Berkeley city officials and students will come together Wednesday for the first meeting of a working group that aims to increase collaboration between the city and students.
The working group, which was put together by Berkeley city Councilmembers Jesse Arreguin, Gordon Wozniak and Kriss Worthington at the request of Berkeley Mayor Tom Bates, will be made up of students from UC Berkeley and Berkeley City College and will address issues such as economic development and redistricting.
There are no current plans to include Berkeley High School students in the group, who currently serve on the city’s youth advisory commission that meets once every two months.
The group’s introductory meeting will take place in Eshleman Library at UC Berkeley Wednesday evening and aims to formalize logistics of the group, including how many students should be on the group and how often the group should meet, according to Worthington.
Bates, who said he plans to attend all the groups’ meetings, requested the collaboration to establish a more direct relationship between students and the city following multiple council meetings over the past year at which students voiced concerns about city politics, according to Bates’ senior aid Sbeydeh Viveros-Banderas.
“My hope is that this working group will define itself and come up with issues to work on together — it will be an opportunity for us to exchange information,” Bates said.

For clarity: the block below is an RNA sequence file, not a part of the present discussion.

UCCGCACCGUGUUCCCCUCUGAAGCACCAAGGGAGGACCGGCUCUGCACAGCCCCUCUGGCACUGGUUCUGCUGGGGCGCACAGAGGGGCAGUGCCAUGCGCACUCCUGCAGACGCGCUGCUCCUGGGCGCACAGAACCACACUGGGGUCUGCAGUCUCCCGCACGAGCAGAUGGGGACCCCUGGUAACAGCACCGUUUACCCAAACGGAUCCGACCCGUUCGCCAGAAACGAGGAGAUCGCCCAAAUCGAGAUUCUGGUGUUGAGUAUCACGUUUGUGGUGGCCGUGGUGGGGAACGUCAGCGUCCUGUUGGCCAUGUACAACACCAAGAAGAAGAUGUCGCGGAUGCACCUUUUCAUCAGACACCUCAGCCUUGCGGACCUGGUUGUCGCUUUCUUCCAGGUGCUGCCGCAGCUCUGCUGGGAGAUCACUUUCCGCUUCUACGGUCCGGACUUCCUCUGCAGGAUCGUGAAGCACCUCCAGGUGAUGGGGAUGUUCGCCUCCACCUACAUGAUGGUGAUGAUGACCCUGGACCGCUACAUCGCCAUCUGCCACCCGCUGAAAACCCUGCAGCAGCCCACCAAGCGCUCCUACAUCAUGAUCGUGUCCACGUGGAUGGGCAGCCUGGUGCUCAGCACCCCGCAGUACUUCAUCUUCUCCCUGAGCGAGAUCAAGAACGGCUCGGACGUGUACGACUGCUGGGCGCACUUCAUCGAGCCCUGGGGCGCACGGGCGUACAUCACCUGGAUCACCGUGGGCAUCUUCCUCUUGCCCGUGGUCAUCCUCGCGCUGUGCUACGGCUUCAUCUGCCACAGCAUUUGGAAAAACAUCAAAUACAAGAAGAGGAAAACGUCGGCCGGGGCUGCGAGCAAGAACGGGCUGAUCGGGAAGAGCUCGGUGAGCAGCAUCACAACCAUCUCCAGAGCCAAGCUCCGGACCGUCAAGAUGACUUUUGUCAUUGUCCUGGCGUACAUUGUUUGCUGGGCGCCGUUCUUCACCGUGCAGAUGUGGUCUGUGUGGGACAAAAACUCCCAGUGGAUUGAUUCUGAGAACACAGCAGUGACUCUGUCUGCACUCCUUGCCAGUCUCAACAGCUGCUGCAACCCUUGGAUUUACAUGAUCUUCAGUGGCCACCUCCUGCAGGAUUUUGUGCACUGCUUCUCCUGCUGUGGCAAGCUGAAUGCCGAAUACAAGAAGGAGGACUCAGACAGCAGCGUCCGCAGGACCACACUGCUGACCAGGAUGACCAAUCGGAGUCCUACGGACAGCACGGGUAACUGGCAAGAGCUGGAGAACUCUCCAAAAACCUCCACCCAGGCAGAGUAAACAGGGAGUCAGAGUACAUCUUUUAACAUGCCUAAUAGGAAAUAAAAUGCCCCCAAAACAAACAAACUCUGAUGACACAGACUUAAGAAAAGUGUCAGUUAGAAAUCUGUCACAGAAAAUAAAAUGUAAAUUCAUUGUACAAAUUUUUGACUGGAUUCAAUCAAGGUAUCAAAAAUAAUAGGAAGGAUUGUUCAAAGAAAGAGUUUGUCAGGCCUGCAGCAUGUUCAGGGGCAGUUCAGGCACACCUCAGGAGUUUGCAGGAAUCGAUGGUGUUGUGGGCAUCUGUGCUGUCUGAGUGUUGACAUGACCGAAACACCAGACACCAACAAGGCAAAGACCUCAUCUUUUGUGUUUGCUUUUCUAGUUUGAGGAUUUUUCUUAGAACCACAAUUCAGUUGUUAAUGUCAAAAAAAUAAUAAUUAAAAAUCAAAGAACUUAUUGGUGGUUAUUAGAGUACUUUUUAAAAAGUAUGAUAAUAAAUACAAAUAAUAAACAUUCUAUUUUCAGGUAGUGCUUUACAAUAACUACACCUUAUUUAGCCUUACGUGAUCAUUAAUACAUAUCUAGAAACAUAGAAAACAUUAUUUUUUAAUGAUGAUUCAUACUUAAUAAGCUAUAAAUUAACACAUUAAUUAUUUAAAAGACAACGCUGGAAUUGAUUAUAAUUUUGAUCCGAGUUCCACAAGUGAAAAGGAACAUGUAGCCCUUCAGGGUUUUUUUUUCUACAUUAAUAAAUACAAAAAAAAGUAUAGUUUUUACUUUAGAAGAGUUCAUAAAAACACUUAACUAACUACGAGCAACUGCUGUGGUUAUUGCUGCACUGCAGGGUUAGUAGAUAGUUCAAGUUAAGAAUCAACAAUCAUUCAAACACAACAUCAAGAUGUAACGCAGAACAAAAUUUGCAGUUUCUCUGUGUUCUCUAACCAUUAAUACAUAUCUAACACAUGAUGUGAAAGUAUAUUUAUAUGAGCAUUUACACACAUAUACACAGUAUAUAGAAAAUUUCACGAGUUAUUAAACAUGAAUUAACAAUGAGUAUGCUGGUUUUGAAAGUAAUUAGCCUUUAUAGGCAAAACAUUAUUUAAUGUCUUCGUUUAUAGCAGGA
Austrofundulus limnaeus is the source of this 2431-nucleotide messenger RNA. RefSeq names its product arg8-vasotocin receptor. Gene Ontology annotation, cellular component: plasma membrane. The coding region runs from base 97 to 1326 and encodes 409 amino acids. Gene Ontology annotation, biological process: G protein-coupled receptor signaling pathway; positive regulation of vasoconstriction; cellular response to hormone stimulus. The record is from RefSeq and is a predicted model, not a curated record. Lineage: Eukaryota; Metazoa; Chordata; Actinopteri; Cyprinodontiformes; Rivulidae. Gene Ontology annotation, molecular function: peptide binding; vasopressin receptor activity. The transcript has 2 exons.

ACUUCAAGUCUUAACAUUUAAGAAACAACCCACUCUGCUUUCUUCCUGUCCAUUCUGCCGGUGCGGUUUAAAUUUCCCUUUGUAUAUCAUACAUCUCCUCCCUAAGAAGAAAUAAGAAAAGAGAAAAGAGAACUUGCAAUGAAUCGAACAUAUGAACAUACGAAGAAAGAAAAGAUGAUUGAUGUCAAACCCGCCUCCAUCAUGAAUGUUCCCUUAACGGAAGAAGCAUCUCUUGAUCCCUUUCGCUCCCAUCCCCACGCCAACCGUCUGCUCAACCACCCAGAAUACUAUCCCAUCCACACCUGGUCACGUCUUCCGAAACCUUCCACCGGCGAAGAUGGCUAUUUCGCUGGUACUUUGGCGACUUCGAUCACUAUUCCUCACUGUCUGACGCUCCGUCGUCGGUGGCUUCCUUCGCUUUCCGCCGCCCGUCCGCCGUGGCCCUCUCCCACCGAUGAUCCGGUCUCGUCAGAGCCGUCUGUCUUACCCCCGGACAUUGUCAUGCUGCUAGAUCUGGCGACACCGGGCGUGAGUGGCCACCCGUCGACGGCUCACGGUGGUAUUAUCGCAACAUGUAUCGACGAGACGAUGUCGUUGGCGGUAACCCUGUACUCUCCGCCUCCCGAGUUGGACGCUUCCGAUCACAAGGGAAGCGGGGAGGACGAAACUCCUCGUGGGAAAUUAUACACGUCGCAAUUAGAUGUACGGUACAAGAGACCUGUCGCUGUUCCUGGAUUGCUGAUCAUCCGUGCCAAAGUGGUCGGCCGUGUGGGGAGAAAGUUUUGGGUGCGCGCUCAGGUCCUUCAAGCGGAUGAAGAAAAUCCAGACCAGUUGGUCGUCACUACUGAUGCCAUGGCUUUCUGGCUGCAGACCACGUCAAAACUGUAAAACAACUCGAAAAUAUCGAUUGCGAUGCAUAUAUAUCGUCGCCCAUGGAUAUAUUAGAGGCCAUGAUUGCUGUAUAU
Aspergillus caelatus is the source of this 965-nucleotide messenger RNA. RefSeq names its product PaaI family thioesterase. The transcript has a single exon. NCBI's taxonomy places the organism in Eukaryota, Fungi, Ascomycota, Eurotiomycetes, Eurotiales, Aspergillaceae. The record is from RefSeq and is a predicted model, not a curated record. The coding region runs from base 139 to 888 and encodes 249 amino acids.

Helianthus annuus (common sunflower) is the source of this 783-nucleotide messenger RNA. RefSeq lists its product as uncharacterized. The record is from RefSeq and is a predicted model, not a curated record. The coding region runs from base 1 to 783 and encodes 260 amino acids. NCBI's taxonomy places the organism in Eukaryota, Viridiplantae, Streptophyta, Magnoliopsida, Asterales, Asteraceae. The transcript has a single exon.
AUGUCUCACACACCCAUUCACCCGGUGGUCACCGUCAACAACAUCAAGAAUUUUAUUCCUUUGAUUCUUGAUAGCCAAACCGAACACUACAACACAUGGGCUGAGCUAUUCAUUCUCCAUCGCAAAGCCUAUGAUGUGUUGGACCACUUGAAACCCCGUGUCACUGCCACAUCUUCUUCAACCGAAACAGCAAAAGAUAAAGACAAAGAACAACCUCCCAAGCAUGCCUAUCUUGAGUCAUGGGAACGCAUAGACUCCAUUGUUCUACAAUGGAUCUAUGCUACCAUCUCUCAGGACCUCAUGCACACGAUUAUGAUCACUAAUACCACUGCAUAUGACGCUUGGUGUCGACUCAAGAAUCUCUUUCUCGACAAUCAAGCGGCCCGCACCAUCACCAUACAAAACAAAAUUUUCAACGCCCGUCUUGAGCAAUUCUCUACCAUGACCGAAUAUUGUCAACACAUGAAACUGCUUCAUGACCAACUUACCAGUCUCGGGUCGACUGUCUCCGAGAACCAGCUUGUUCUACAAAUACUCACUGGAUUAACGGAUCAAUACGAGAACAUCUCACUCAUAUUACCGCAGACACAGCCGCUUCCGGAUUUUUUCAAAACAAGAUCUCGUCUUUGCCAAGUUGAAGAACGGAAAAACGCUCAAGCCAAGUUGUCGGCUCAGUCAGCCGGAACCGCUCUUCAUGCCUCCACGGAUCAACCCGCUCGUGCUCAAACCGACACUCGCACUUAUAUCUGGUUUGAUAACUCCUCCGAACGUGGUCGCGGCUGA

Arreguin said the city has had informal youth advisory committees when Shirley Dean was the city’s mayor in the 1990s but has not had any formal working groups to represent the city’s students.
“Having been a student who was active in city politics working with the ASUC and lobbying for city government, I think this kind of ongoing dialogue between city officials and students … will ensure that issues of students are at the forefront of what city council is doing,” Arreguin said.
Bates also said that though potential redistricting to create a student super majority district has been a prominent issue over the past year, city officials would like to discourage working group members from strictly focusing on redistricting.
“The (redistricting) issue is such that City Council will allow people to redraw lines,” Bates said. “In the mean time, this is not a group to try and draw lines.”
Students will be recruited based on interest and past involvement in different students groups on the various campuses, according to Arreguin. He said he expects at least 30 students at Wednesday’s meeting, though any number are welcome to attend.
Though there are still no formal agendas or topics planned to be addressed at this week’s meeting, Worthington said he hopes that an advisory committee forms out of the working group in order to better provide solutions for student issues in the city.
“The purpose of (Wednesday’s) meeting is to consider proposals and ideas for what would be the ongoing structure of the (working group),” Worthington said.